Read online at

Read online at

Saturday, March 12, 2016

Staff Writer

NASHUA - Campaign finance reform and government accountability activist Dan Weeks announced this week he will seek the District 5 position on the New Hampshire Executive Council.

Weeks, of Nashua, will run as a Democrat against incumbent Councilor David Wheeler, a Republican who is in his fourth term on the five-member executive body that oversees gubernatorial appointments and large state contracts. He will hold an official campaign kickoff at 10 a.m. on Saturday, March 19 in Railroad Square before heading to the Walk to Stop Heroin an hour later in Greeley Park.

"More than a particular partisan ideology, I feel like my commitment is to a fair and representative process and to accountable, good governance," said Weeks, a 12th-generation Granite Stater.

"It struck me - folks have kindly encouraged me to think about politics for a while now - and as we were wrapping up the primary and I was pondering where I could make the biggest impact over the next couple of years ... it struck me that the job of the Executive Council, even though it is often pretty unknown, is basically about good governance," he added. "The job there is not to advance a particular ideology. That's what the Legislature's job is."

District 5, which was redrawn by a Republican-led Legislature and signed into law by Democratic Gov. John Lynch in 2012 based on the latest federal decennial census, covers all of Greater Nashua up to the town of Hillsborough and as far west as Richmond and Swanzey.

In his first conversations about seeking the council seat, Weeks said the body serves as the "eyes and ears" of New Hampshire taxpayers. He praised the work of former Councilor Ray Burton, the longest serving member in state history who was known for his tireless service to his constituents regardless of political party, and outlined issues where he sees a clear divide with Wheeler given the Republican's stances against Planned Parenthood funding, commuter rail for southern New Hampshire and solar energy projects.

"There are a couple of issues where I think ideology has spoiled the council, and the council's job isn't to make that policy but to represent the needs of constituents," he said.

"I think people should vote for the good of the district, in their own families' interests. And some folks will take a look at me and my positions and will disagree, and that's OK," he continued. "I grew up in the western part of the district, went to ConVal (High School) and live out here in Nashua. I feel like I have a decent sense of what our district needs, and I feel like that's just not being represented."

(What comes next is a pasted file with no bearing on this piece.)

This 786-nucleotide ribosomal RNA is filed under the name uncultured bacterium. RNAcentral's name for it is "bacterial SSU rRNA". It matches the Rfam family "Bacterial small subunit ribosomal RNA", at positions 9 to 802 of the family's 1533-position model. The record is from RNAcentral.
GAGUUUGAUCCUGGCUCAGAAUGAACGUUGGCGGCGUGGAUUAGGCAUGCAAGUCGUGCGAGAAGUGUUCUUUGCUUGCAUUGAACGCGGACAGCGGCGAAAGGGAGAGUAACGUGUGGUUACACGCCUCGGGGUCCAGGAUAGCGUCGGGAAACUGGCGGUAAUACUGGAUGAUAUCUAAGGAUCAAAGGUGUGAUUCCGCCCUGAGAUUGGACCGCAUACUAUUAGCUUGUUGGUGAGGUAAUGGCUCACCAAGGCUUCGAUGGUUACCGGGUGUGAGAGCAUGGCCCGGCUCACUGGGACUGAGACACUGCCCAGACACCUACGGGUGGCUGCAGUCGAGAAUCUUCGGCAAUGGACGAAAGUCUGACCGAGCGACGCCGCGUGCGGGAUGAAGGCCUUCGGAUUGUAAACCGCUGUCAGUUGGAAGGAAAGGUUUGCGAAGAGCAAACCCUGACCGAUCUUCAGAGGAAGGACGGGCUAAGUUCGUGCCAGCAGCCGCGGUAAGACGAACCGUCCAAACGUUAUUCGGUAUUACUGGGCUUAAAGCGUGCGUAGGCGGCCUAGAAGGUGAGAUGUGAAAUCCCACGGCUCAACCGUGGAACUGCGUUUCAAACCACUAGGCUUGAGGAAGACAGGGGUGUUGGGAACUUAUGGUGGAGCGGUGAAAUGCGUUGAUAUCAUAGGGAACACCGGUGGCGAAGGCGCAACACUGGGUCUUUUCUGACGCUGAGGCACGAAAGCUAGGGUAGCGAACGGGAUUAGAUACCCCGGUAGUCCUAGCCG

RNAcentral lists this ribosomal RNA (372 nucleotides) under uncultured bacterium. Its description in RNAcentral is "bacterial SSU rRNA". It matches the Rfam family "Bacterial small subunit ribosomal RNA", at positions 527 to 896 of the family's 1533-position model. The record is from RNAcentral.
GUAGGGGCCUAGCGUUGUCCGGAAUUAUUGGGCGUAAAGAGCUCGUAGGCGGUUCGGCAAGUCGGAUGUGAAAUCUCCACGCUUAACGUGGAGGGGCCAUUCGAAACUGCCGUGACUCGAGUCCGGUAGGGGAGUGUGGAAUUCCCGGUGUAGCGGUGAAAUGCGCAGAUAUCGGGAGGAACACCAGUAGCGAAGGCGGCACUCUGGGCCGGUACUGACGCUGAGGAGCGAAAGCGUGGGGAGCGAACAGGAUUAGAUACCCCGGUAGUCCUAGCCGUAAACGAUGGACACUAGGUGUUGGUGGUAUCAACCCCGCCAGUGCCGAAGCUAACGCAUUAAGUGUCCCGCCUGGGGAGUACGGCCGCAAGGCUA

A native of Temple, Weeks served with AmeriCorps as a teenager to work on democratic development abroad after hearing the inspiring words of Doris "Granny D" Haddock as a student at ConVal. He began working with her in 2000, taking over the campaign reform-based Open Democracy in 2014, focusing on the influence of money in elections.

On Thursday, Open Democracy announced Weeks would step down from his role in the organization. Brian Beihl, of Antrim, will serve as interim director until a new executive director is hired.

When asked if he would take any special interest money, Weeks swiftly responded with a "No, sir" and wished for a campaign finance system where candidates did not have to worry about raising large amounts of cash.

"I think it's possible to run a small donor-powered campaign, and that's the challenge I'm setting for myself," he said, hoping to raise small amounts of money from dedicated supporters in each of the District 5 towns. "I'm excited that the state is finally moving to an online campaign finance system. It's voluntary, but that is where I registered my committee so it's there and transparent for anyone to see."

Weeks, a graduate of Yale University, worked with bipartisan leaders, such as the late Sen. Warren Rudman and Gov. Walter Peterson, and helped grow the organization into a well-known political action group designed to increase government transparency and accountability.

During the 2016 New Hampshire primary, he led the N.H. Rebellion campaign to get presidential candidates to address the issue of big money in politics. Weeks previously served as a columnist for The Telegraph until recently when he decided to seek public office.

He and his wife, Sindiso, a human rights lawyer and professor originally from South Africa, live in downtown Nashua, where Weeks volunteers at the Nashua Soup Kitchen and Shelter and serves on numerous nonprofit boards.

Wheeler, who served extensively in both chambers of the Statehouse, was first elected to the council in 2000 and later served terms in 2003, 2011 and 2015. His current seat expires in 2017 and the longtime lawmaker has not made a decision if he will run for a fifth term.

"Nothing 100 percent yet, but that's the plan at the moment," Wheeler said on Friday afternoon. "Within the next month or so we'll decide for sure."

A lifelong resident of Milford, Wheeler has served as the town selectmen's representative to the Nashua Regional Planning District and on the Milford Area School Space Needs Committee and traffic safety committee. During his three terms in the Senate and two in the House, he served as Majority Whip in the Senate and was a ranking member of multiple committees.

"I enjoy the job, I try to do the best I can to get the best bang-for-the-buck for the services for the state," he said.

Chris Garofolo can be reached at 594-6465, or @Telegraph_Chris.